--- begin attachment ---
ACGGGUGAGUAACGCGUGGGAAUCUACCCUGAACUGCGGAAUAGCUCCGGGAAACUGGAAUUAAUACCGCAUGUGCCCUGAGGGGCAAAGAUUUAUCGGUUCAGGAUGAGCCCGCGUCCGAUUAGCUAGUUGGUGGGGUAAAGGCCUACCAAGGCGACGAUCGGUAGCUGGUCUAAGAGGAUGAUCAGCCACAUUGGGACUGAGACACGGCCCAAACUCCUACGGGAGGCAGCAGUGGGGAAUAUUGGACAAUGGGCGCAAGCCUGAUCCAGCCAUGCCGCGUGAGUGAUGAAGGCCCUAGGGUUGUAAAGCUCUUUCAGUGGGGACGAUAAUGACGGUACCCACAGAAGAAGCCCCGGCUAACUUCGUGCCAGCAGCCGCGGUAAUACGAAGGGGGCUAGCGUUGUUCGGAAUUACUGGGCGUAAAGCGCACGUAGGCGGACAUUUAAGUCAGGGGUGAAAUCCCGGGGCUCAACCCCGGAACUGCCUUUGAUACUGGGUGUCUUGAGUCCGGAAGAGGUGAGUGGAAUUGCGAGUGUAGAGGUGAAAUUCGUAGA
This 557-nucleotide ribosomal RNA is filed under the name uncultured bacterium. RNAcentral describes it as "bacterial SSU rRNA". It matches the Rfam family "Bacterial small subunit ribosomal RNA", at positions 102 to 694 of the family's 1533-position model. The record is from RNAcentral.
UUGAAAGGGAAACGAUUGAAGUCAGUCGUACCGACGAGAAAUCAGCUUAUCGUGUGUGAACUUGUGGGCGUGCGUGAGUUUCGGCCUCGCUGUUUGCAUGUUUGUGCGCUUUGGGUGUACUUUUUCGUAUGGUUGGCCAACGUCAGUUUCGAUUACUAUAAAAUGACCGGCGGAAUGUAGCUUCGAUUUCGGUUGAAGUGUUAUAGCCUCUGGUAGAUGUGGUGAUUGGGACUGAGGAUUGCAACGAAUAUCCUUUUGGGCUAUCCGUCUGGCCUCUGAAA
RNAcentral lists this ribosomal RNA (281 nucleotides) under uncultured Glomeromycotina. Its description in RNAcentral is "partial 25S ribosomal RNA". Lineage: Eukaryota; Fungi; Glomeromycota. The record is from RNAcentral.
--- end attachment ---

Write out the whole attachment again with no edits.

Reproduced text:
ACGGGUGAGUAACGCGUGGGAAUCUACCCUGAACUGCGGAAUAGCUCCGGGAAACUGGAAUUAAUACCGCAUGUGCCCUGAGGGGCAAAGAUUUAUCGGUUCAGGAUGAGCCCGCGUCCGAUUAGCUAGUUGGUGGGGUAAAGGCCUACCAAGGCGACGAUCGGUAGCUGGUCUAAGAGGAUGAUCAGCCACAUUGGGACUGAGACACGGCCCAAACUCCUACGGGAGGCAGCAGUGGGGAAUAUUGGACAAUGGGCGCAAGCCUGAUCCAGCCAUGCCGCGUGAGUGAUGAAGGCCCUAGGGUUGUAAAGCUCUUUCAGUGGGGACGAUAAUGACGGUACCCACAGAAGAAGCCCCGGCUAACUUCGUGCCAGCAGCCGCGGUAAUACGAAGGGGGCUAGCGUUGUUCGGAAUUACUGGGCGUAAAGCGCACGUAGGCGGACAUUUAAGUCAGGGGUGAAAUCCCGGGGCUCAACCCCGGAACUGCCUUUGAUACUGGGUGUCUUGAGUCCGGAAGAGGUGAGUGGAAUUGCGAGUGUAGAGGUGAAAUUCGUAGA
This 557-nucleotide ribosomal RNA is filed under the name uncultured bacterium. RNAcentral describes it as "bacterial SSU rRNA". It matches the Rfam family "Bacterial small subunit ribosomal RNA", at positions 102 to 694 of the family's 1533-position model. The record is from RNAcentral.
UUGAAAGGGAAACGAUUGAAGUCAGUCGUACCGACGAGAAAUCAGCUUAUCGUGUGUGAACUUGUGGGCGUGCGUGAGUUUCGGCCUCGCUGUUUGCAUGUUUGUGCGCUUUGGGUGUACUUUUUCGUAUGGUUGGCCAACGUCAGUUUCGAUUACUAUAAAAUGACCGGCGGAAUGUAGCUUCGAUUUCGGUUGAAGUGUUAUAGCCUCUGGUAGAUGUGGUGAUUGGGACUGAGGAUUGCAACGAAUAUCCUUUUGGGCUAUCCGUCUGGCCUCUGAAA
RNAcentral lists this ribosomal RNA (281 nucleotides) under uncultured Glomeromycotina. Its description in RNAcentral is "partial 25S ribosomal RNA". Lineage: Eukaryota; Fungi; Glomeromycota. The record is from RNAcentral.